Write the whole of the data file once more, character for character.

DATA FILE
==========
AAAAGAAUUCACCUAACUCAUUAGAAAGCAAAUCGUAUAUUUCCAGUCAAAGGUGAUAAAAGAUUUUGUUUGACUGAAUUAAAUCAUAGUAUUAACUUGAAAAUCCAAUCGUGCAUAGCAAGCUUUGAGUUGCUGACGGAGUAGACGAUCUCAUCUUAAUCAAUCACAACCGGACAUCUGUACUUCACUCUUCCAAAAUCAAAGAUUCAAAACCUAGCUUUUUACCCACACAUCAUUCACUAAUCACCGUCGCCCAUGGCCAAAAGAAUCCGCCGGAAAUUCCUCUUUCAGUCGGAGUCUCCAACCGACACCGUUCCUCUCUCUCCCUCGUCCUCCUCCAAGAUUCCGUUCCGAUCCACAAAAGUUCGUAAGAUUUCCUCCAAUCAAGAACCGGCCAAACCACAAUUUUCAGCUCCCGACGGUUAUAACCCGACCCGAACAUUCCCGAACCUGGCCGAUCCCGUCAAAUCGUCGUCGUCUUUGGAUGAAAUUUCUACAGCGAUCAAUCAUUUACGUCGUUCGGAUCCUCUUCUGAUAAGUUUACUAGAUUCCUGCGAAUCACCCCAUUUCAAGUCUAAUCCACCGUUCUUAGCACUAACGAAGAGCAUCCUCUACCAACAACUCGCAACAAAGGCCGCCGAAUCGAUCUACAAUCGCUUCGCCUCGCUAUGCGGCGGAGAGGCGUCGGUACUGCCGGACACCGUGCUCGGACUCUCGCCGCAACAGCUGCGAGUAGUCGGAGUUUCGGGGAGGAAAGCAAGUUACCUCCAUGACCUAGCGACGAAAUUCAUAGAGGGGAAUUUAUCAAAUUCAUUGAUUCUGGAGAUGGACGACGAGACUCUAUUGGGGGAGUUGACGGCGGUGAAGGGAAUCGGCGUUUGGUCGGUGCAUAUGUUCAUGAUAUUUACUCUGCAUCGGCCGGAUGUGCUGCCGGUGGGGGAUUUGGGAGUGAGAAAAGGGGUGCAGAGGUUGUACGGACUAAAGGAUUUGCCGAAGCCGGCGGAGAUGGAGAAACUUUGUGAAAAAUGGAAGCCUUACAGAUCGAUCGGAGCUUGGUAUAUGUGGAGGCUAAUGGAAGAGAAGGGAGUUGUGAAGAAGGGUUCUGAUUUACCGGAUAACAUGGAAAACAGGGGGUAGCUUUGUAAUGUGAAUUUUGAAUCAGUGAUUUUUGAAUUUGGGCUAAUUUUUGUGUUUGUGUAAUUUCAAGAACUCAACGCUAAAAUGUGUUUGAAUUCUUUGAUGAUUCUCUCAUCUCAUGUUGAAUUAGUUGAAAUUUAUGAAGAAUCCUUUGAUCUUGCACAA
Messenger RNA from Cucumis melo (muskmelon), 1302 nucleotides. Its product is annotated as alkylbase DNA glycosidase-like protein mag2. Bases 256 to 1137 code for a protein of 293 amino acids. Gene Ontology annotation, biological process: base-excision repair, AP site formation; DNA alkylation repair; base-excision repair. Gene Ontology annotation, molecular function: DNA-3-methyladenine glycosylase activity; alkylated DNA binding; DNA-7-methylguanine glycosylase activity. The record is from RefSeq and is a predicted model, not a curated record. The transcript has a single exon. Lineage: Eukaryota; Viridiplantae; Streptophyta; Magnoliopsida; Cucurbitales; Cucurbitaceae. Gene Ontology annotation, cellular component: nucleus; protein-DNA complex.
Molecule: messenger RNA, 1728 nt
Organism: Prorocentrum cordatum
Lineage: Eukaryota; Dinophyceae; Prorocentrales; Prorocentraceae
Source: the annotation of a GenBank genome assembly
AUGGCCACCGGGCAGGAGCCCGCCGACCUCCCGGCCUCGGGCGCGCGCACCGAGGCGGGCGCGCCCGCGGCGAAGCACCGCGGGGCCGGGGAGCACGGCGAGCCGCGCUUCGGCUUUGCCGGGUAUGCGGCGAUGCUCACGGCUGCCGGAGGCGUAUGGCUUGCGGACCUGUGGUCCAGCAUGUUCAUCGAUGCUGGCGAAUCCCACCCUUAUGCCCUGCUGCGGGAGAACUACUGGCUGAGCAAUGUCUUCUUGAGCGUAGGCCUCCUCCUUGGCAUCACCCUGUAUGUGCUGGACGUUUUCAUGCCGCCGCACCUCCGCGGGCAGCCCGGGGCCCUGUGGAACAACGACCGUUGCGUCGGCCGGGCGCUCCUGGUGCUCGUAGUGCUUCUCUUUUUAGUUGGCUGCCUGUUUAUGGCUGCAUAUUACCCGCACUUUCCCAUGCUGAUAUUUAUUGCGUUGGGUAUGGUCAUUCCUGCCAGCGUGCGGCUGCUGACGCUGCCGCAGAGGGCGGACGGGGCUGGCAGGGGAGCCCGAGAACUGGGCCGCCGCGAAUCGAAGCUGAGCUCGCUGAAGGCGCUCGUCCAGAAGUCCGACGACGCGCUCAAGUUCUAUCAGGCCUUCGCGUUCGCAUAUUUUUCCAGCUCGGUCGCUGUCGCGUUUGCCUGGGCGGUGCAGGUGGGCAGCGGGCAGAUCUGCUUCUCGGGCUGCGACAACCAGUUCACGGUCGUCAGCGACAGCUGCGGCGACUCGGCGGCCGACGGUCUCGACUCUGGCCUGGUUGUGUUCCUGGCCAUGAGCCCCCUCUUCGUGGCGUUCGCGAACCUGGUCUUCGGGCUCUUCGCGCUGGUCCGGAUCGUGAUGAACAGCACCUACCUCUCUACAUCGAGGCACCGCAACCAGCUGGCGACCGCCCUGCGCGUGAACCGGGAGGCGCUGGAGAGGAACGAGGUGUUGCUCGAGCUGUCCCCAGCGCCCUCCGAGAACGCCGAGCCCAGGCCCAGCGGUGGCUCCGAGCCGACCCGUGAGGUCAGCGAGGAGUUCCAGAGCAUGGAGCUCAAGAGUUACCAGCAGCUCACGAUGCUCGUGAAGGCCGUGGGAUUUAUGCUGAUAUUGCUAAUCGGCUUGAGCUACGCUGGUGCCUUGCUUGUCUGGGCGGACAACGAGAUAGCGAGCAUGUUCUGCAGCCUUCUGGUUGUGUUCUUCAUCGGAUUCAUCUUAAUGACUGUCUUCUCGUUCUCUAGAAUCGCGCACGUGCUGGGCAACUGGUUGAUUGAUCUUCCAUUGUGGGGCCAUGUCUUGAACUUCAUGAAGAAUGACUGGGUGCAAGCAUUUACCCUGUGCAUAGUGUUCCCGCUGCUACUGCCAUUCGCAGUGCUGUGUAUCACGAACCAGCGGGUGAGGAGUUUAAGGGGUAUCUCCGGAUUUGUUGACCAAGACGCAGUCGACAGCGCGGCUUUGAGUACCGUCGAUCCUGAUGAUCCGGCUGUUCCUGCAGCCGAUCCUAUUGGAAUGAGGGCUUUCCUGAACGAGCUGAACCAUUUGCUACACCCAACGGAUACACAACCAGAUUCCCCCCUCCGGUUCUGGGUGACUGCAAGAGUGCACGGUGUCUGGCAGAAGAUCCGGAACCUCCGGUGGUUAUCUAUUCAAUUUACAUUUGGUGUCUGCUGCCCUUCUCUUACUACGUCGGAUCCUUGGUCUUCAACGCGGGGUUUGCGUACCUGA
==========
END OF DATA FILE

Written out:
AAAAGAAUUCACCUAACUCAUUAGAAAGCAAAUCGUAUAUUUCCAGUCAAAGGUGAUAAAAGAUUUUGUUUGACUGAAUUAAAUCAUAGUAUUAACUUGAAAAUCCAAUCGUGCAUAGCAAGCUUUGAGUUGCUGACGGAGUAGACGAUCUCAUCUUAAUCAAUCACAACCGGACAUCUGUACUUCACUCUUCCAAAAUCAAAGAUUCAAAACCUAGCUUUUUACCCACACAUCAUUCACUAAUCACCGUCGCCCAUGGCCAAAAGAAUCCGCCGGAAAUUCCUCUUUCAGUCGGAGUCUCCAACCGACACCGUUCCUCUCUCUCCCUCGUCCUCCUCCAAGAUUCCGUUCCGAUCCACAAAAGUUCGUAAGAUUUCCUCCAAUCAAGAACCGGCCAAACCACAAUUUUCAGCUCCCGACGGUUAUAACCCGACCCGAACAUUCCCGAACCUGGCCGAUCCCGUCAAAUCGUCGUCGUCUUUGGAUGAAAUUUCUACAGCGAUCAAUCAUUUACGUCGUUCGGAUCCUCUUCUGAUAAGUUUACUAGAUUCCUGCGAAUCACCCCAUUUCAAGUCUAAUCCACCGUUCUUAGCACUAACGAAGAGCAUCCUCUACCAACAACUCGCAACAAAGGCCGCCGAAUCGAUCUACAAUCGCUUCGCCUCGCUAUGCGGCGGAGAGGCGUCGGUACUGCCGGACACCGUGCUCGGACUCUCGCCGCAACAGCUGCGAGUAGUCGGAGUUUCGGGGAGGAAAGCAAGUUACCUCCAUGACCUAGCGACGAAAUUCAUAGAGGGGAAUUUAUCAAAUUCAUUGAUUCUGGAGAUGGACGACGAGACUCUAUUGGGGGAGUUGACGGCGGUGAAGGGAAUCGGCGUUUGGUCGGUGCAUAUGUUCAUGAUAUUUACUCUGCAUCGGCCGGAUGUGCUGCCGGUGGGGGAUUUGGGAGUGAGAAAAGGGGUGCAGAGGUUGUACGGACUAAAGGAUUUGCCGAAGCCGGCGGAGAUGGAGAAACUUUGUGAAAAAUGGAAGCCUUACAGAUCGAUCGGAGCUUGGUAUAUGUGGAGGCUAAUGGAAGAGAAGGGAGUUGUGAAGAAGGGUUCUGAUUUACCGGAUAACAUGGAAAACAGGGGGUAGCUUUGUAAUGUGAAUUUUGAAUCAGUGAUUUUUGAAUUUGGGCUAAUUUUUGUGUUUGUGUAAUUUCAAGAACUCAACGCUAAAAUGUGUUUGAAUUCUUUGAUGAUUCUCUCAUCUCAUGUUGAAUUAGUUGAAAUUUAUGAAGAAUCCUUUGAUCUUGCACAA
Messenger RNA from Cucumis melo (muskmelon), 1302 nucleotides. Its product is annotated as alkylbase DNA glycosidase-like protein mag2. Bases 256 to 1137 code for a protein of 293 amino acids. Gene Ontology annotation, biological process: base-excision repair, AP site formation; DNA alkylation repair; base-excision repair. Gene Ontology annotation, molecular function: DNA-3-methyladenine glycosylase activity; alkylated DNA binding; DNA-7-methylguanine glycosylase activity. The record is from RefSeq and is a predicted model, not a curated record. The transcript has a single exon. Lineage: Eukaryota; Viridiplantae; Streptophyta; Magnoliopsida; Cucurbitales; Cucurbitaceae. Gene Ontology annotation, cellular component: nucleus; protein-DNA complex.
Molecule: messenger RNA, 1728 nt
Organism: Prorocentrum cordatum
Lineage: Eukaryota; Dinophyceae; Prorocentrales; Prorocentraceae
Source: the annotation of a GenBank genome assembly
AUGGCCACCGGGCAGGAGCCCGCCGACCUCCCGGCCUCGGGCGCGCGCACCGAGGCGGGCGCGCCCGCGGCGAAGCACCGCGGGGCCGGGGAGCACGGCGAGCCGCGCUUCGGCUUUGCCGGGUAUGCGGCGAUGCUCACGGCUGCCGGAGGCGUAUGGCUUGCGGACCUGUGGUCCAGCAUGUUCAUCGAUGCUGGCGAAUCCCACCCUUAUGCCCUGCUGCGGGAGAACUACUGGCUGAGCAAUGUCUUCUUGAGCGUAGGCCUCCUCCUUGGCAUCACCCUGUAUGUGCUGGACGUUUUCAUGCCGCCGCACCUCCGCGGGCAGCCCGGGGCCCUGUGGAACAACGACCGUUGCGUCGGCCGGGCGCUCCUGGUGCUCGUAGUGCUUCUCUUUUUAGUUGGCUGCCUGUUUAUGGCUGCAUAUUACCCGCACUUUCCCAUGCUGAUAUUUAUUGCGUUGGGUAUGGUCAUUCCUGCCAGCGUGCGGCUGCUGACGCUGCCGCAGAGGGCGGACGGGGCUGGCAGGGGAGCCCGAGAACUGGGCCGCCGCGAAUCGAAGCUGAGCUCGCUGAAGGCGCUCGUCCAGAAGUCCGACGACGCGCUCAAGUUCUAUCAGGCCUUCGCGUUCGCAUAUUUUUCCAGCUCGGUCGCUGUCGCGUUUGCCUGGGCGGUGCAGGUGGGCAGCGGGCAGAUCUGCUUCUCGGGCUGCGACAACCAGUUCACGGUCGUCAGCGACAGCUGCGGCGACUCGGCGGCCGACGGUCUCGACUCUGGCCUGGUUGUGUUCCUGGCCAUGAGCCCCCUCUUCGUGGCGUUCGCGAACCUGGUCUUCGGGCUCUUCGCGCUGGUCCGGAUCGUGAUGAACAGCACCUACCUCUCUACAUCGAGGCACCGCAACCAGCUGGCGACCGCCCUGCGCGUGAACCGGGAGGCGCUGGAGAGGAACGAGGUGUUGCUCGAGCUGUCCCCAGCGCCCUCCGAGAACGCCGAGCCCAGGCCCAGCGGUGGCUCCGAGCCGACCCGUGAGGUCAGCGAGGAGUUCCAGAGCAUGGAGCUCAAGAGUUACCAGCAGCUCACGAUGCUCGUGAAGGCCGUGGGAUUUAUGCUGAUAUUGCUAAUCGGCUUGAGCUACGCUGGUGCCUUGCUUGUCUGGGCGGACAACGAGAUAGCGAGCAUGUUCUGCAGCCUUCUGGUUGUGUUCUUCAUCGGAUUCAUCUUAAUGACUGUCUUCUCGUUCUCUAGAAUCGCGCACGUGCUGGGCAACUGGUUGAUUGAUCUUCCAUUGUGGGGCCAUGUCUUGAACUUCAUGAAGAAUGACUGGGUGCAAGCAUUUACCCUGUGCAUAGUGUUCCCGCUGCUACUGCCAUUCGCAGUGCUGUGUAUCACGAACCAGCGGGUGAGGAGUUUAAGGGGUAUCUCCGGAUUUGUUGACCAAGACGCAGUCGACAGCGCGGCUUUGAGUACCGUCGAUCCUGAUGAUCCGGCUGUUCCUGCAGCCGAUCCUAUUGGAAUGAGGGCUUUCCUGAACGAGCUGAACCAUUUGCUACACCCAACGGAUACACAACCAGAUUCCCCCCUCCGGUUCUGGGUGACUGCAAGAGUGCACGGUGUCUGGCAGAAGAUCCGGAACCUCCGGUGGUUAUCUAUUCAAUUUACAUUUGGUGUCUGCUGCCCUUCUCUUACUACGUCGGAUCCUUGGUCUUCAACGCGGGGUUUGCGUACCUGA